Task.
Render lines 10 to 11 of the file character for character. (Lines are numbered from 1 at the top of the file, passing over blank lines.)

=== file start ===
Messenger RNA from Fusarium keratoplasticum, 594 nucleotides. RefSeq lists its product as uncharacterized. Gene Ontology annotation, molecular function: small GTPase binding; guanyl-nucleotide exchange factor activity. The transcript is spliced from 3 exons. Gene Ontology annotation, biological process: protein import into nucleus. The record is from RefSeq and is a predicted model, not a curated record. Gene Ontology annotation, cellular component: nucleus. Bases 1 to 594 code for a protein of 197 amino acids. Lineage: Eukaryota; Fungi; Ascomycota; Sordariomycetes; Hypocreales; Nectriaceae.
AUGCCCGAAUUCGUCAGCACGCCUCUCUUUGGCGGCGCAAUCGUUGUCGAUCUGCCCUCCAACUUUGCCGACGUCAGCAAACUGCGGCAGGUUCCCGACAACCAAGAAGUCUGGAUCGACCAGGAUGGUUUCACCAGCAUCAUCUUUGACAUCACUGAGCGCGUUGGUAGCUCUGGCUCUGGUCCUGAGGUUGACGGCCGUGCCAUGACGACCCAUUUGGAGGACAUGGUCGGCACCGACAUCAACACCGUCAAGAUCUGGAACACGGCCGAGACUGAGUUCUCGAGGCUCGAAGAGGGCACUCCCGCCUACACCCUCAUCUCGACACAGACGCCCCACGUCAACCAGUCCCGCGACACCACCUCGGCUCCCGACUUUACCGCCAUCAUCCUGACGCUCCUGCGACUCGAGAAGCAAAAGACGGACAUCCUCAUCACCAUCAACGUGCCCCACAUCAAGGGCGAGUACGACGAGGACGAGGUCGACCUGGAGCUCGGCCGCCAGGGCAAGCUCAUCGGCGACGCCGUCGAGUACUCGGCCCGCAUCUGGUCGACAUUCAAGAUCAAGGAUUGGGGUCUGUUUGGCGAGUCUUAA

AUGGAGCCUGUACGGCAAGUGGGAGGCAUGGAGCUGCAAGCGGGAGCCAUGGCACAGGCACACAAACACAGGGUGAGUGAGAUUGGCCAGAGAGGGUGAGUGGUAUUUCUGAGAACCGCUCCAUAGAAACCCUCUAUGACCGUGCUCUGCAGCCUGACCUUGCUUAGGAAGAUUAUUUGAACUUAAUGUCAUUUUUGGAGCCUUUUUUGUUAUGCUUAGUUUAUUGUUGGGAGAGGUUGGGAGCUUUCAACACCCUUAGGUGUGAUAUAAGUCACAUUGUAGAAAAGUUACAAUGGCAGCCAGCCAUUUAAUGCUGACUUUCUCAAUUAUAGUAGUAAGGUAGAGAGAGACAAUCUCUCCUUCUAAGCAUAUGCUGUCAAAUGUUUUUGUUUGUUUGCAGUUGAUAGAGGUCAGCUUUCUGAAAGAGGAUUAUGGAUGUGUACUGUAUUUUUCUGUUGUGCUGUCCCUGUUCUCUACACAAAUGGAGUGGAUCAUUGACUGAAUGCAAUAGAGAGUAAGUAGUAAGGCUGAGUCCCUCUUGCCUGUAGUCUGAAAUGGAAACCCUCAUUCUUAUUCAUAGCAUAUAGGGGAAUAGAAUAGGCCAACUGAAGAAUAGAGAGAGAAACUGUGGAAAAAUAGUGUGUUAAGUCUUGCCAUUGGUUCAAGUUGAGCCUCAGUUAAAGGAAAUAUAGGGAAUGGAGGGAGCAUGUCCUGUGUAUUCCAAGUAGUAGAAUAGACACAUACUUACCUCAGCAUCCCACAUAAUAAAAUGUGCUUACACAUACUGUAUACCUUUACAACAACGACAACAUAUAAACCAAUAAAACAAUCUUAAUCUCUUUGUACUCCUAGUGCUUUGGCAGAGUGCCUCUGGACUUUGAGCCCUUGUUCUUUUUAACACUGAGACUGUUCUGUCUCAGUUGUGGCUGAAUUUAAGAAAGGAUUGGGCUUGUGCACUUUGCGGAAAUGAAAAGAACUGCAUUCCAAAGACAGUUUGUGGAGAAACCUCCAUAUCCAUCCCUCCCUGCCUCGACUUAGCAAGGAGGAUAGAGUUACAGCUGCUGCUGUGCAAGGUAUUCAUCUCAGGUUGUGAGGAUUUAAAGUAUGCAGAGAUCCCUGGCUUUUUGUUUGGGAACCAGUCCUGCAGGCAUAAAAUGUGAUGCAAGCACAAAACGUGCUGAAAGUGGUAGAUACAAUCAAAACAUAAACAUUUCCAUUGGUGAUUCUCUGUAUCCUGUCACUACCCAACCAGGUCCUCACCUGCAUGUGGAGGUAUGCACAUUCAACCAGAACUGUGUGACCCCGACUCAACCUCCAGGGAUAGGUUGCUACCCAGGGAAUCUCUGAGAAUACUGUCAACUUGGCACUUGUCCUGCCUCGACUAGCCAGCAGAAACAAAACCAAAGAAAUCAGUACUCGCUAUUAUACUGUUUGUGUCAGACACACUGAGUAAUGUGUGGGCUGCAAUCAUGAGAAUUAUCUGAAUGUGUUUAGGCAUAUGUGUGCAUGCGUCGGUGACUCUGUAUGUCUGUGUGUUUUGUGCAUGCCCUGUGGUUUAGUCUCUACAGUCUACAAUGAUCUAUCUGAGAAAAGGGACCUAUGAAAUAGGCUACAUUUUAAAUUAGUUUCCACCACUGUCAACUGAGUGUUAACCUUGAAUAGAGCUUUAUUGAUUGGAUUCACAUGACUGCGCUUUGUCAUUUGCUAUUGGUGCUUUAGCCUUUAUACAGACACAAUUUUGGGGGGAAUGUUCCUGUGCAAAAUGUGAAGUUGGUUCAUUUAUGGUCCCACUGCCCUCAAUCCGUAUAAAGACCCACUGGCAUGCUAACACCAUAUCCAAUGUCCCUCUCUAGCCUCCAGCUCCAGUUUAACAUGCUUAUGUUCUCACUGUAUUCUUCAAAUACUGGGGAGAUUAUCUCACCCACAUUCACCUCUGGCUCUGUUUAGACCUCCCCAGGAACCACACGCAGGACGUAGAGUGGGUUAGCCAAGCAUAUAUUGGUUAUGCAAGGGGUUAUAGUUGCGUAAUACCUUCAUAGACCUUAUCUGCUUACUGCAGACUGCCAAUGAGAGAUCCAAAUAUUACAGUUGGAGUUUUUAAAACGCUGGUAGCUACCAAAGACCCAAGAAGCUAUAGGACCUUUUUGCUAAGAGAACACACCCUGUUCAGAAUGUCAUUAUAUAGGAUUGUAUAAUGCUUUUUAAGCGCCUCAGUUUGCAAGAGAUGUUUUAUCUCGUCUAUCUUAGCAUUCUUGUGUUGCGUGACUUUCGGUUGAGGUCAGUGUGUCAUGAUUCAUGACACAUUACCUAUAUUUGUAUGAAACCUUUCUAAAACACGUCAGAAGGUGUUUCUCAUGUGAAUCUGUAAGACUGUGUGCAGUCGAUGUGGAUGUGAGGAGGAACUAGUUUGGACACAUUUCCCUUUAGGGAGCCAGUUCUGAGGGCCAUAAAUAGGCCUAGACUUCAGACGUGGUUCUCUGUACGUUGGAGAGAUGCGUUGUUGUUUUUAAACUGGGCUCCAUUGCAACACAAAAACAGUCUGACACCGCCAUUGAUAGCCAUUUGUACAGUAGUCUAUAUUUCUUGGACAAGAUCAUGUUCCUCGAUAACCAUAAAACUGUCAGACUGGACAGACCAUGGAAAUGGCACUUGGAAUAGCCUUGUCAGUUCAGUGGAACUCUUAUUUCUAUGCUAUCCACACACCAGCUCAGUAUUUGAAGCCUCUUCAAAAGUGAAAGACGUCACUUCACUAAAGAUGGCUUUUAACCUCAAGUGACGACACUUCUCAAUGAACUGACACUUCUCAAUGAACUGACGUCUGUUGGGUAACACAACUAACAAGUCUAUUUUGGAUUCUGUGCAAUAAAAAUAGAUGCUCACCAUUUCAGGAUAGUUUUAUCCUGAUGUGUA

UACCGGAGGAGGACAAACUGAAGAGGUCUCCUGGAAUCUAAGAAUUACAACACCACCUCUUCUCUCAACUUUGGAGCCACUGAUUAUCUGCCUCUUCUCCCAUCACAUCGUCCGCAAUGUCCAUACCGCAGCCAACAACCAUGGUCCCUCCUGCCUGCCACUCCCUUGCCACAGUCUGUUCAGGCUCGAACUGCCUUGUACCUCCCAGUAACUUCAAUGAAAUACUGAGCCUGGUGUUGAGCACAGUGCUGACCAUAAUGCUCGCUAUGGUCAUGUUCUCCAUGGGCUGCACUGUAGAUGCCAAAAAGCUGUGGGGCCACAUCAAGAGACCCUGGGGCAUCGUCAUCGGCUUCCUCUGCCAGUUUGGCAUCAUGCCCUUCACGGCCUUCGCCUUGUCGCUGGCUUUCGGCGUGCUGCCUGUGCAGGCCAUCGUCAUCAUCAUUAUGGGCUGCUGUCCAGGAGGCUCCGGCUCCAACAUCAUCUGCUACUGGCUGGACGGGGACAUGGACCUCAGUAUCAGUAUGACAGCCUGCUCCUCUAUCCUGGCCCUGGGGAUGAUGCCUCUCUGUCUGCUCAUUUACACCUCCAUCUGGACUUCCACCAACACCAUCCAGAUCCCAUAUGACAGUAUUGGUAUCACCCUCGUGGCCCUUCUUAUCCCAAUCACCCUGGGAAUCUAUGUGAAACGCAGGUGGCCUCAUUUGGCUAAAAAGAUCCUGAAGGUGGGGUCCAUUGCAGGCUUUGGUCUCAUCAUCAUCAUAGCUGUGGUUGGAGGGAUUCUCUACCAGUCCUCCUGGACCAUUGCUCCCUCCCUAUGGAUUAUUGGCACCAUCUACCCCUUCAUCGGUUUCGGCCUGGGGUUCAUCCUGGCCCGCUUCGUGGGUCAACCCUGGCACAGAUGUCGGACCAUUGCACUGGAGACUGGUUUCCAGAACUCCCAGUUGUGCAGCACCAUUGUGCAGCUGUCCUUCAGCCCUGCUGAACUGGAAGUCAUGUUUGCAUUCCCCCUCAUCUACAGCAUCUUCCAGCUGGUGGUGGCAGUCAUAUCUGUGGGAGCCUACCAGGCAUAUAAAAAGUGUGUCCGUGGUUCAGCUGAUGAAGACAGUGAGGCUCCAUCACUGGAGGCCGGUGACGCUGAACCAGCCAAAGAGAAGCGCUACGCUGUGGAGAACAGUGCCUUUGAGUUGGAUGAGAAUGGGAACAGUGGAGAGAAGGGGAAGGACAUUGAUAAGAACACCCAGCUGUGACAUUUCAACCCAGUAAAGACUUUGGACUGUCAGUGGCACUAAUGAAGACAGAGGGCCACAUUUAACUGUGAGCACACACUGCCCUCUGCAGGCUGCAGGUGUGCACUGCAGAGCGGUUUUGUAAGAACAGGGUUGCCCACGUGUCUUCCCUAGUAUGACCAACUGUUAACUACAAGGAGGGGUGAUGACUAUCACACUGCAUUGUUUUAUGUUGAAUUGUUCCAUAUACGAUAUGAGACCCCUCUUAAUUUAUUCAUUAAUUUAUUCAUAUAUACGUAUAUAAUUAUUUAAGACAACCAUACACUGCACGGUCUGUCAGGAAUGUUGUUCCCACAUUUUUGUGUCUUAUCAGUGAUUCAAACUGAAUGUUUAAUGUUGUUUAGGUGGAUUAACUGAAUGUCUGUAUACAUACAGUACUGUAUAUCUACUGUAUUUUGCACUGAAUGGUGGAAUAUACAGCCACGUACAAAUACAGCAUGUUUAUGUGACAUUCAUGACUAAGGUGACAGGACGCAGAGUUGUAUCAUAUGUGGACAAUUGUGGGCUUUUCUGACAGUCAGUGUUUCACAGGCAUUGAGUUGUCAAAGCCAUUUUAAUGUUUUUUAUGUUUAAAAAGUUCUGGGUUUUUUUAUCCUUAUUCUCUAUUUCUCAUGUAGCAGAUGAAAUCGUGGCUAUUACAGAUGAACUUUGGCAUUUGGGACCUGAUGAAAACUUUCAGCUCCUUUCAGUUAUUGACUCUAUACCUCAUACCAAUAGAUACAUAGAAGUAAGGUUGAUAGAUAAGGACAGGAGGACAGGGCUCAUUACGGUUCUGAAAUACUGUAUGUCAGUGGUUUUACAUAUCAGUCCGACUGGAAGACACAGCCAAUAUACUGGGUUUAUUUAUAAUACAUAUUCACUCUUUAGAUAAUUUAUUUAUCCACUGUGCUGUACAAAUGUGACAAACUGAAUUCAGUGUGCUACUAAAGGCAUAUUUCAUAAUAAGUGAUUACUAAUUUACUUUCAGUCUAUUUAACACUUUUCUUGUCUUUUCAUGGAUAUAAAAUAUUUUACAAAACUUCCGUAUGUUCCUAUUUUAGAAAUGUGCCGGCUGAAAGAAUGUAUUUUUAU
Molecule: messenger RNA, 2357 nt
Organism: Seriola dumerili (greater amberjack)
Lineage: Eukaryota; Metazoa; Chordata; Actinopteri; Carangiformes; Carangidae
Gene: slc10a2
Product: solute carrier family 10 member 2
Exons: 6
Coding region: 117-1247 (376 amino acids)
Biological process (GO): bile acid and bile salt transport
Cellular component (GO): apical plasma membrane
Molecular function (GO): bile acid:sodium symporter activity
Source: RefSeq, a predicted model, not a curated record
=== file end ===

Exons: 6
Coding region: 117-1247 (376 amino acids)